Blessings, my friends. Matthew 5:16


  1. Great points, JoAnn. Although what we do may vary according to God's purpose, I hope we all truly make our decisions based on pleasing that Audience of One.

  2. Excellent, JoAnne. Two comments.

    1. I don't blame you for not entering certain contests. A lot of them I find are from self-publishers. These may not have a cost to them (one I entered didn't), but often the prize is for the self-publisher to give you a publishing package. I didn't win the prize for the one I entered, but I got honorable mention, which meant that I could get a discount with that publisher.

    2. Your comments made me think about when I judged home-schoolers' speech contests. We are told to be purely objective. Great goal, but that doesn't work. When I judged Thematic Interpretation (where the student is to present a theme with a minimum of three sources), I could have made a case for five of the six earning first place. So I had to go for certain elements that I like about the speech that separate it. (In this case, one student had a three point out-line and used her three sources for each point, as opposed to the others using one source per point.)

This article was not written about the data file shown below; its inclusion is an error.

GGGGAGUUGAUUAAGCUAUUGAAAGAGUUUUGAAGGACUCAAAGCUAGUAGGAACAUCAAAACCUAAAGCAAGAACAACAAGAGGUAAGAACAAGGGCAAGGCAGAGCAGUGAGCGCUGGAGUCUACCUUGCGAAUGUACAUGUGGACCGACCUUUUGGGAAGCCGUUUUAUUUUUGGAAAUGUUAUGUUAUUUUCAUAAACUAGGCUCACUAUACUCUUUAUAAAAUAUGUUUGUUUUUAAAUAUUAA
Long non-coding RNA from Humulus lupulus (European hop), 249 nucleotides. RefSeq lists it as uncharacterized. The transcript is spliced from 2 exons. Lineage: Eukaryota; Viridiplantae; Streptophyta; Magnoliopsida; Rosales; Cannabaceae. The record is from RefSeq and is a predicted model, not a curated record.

3. Thanks for your comments, everyone. I appreciate your taking the time to read my post and always value your input. Many blessings to you.

  4. This year, I volunteered to be a "judge" (humbling word) for a writing contest--my first time ever. Although we could get by with input requiring only a half-hour, I put in the time to be as thorough as I could. One of the best helps I received in a contest years ago was from a judge who did that for me, so in gratefulness I hope to do the same for contestants I crit. Your list was wonderful, JoAnn, and I can't help but believe everyone you "judged" came out a winner even if they didn't make the cut!